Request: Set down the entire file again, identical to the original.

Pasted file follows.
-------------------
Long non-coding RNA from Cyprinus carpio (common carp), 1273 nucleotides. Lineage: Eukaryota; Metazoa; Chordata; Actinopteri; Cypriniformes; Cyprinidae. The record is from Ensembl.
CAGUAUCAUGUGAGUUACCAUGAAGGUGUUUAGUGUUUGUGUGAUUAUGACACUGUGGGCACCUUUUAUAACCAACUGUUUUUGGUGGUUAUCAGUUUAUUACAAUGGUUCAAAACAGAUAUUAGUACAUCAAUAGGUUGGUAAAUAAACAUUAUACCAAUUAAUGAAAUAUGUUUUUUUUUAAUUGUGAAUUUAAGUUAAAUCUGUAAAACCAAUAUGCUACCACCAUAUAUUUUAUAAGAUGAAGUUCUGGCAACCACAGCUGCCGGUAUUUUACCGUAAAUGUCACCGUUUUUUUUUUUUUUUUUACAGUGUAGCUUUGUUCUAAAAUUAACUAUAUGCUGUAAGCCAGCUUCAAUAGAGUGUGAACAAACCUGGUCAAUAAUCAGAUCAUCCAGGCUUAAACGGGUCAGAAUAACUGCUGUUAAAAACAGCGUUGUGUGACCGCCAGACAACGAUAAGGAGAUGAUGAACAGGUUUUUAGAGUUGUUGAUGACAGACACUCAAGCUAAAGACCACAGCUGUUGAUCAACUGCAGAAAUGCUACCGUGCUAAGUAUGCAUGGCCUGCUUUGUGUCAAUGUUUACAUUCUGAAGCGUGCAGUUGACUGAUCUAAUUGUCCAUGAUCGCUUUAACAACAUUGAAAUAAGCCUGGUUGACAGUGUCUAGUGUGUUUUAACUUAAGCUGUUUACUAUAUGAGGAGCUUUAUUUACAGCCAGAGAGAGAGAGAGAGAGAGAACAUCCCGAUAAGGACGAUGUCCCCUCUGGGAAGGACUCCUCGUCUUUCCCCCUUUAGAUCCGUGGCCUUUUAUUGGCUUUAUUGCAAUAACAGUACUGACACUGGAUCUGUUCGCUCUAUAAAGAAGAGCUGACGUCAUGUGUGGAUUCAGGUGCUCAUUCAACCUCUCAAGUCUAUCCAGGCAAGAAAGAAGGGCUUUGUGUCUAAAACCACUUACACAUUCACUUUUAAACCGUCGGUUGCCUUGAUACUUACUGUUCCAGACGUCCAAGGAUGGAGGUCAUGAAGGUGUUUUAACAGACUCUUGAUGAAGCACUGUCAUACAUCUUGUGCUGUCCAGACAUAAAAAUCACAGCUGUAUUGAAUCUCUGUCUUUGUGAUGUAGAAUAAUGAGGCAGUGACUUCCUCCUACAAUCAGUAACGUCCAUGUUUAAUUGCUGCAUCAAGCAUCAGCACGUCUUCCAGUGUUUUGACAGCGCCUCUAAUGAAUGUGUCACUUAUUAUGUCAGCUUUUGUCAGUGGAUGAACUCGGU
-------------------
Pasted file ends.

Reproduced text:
Long non-coding RNA from Cyprinus carpio (common carp), 1273 nucleotides. Lineage: Eukaryota; Metazoa; Chordata; Actinopteri; Cypriniformes; Cyprinidae. The record is from Ensembl.
CAGUAUCAUGUGAGUUACCAUGAAGGUGUUUAGUGUUUGUGUGAUUAUGACACUGUGGGCACCUUUUAUAACCAACUGUUUUUGGUGGUUAUCAGUUUAUUACAAUGGUUCAAAACAGAUAUUAGUACAUCAAUAGGUUGGUAAAUAAACAUUAUACCAAUUAAUGAAAUAUGUUUUUUUUUAAUUGUGAAUUUAAGUUAAAUCUGUAAAACCAAUAUGCUACCACCAUAUAUUUUAUAAGAUGAAGUUCUGGCAACCACAGCUGCCGGUAUUUUACCGUAAAUGUCACCGUUUUUUUUUUUUUUUUUACAGUGUAGCUUUGUUCUAAAAUUAACUAUAUGCUGUAAGCCAGCUUCAAUAGAGUGUGAACAAACCUGGUCAAUAAUCAGAUCAUCCAGGCUUAAACGGGUCAGAAUAACUGCUGUUAAAAACAGCGUUGUGUGACCGCCAGACAACGAUAAGGAGAUGAUGAACAGGUUUUUAGAGUUGUUGAUGACAGACACUCAAGCUAAAGACCACAGCUGUUGAUCAACUGCAGAAAUGCUACCGUGCUAAGUAUGCAUGGCCUGCUUUGUGUCAAUGUUUACAUUCUGAAGCGUGCAGUUGACUGAUCUAAUUGUCCAUGAUCGCUUUAACAACAUUGAAAUAAGCCUGGUUGACAGUGUCUAGUGUGUUUUAACUUAAGCUGUUUACUAUAUGAGGAGCUUUAUUUACAGCCAGAGAGAGAGAGAGAGAGAGAACAUCCCGAUAAGGACGAUGUCCCCUCUGGGAAGGACUCCUCGUCUUUCCCCCUUUAGAUCCGUGGCCUUUUAUUGGCUUUAUUGCAAUAACAGUACUGACACUGGAUCUGUUCGCUCUAUAAAGAAGAGCUGACGUCAUGUGUGGAUUCAGGUGCUCAUUCAACCUCUCAAGUCUAUCCAGGCAAGAAAGAAGGGCUUUGUGUCUAAAACCACUUACACAUUCACUUUUAAACCGUCGGUUGCCUUGAUACUUACUGUUCCAGACGUCCAAGGAUGGAGGUCAUGAAGGUGUUUUAACAGACUCUUGAUGAAGCACUGUCAUACAUCUUGUGCUGUCCAGACAUAAAAAUCACAGCUGUAUUGAAUCUCUGUCUUUGUGAUGUAGAAUAAUGAGGCAGUGACUUCCUCCUACAAUCAGUAACGUCCAUGUUUAAUUGCUGCAUCAAGCAUCAGCACGUCUUCCAGUGUUUUGACAGCGCCUCUAAUGAAUGUGUCACUUAUUAUGUCAGCUUUUGUCAGUGGAUGAACUCGGU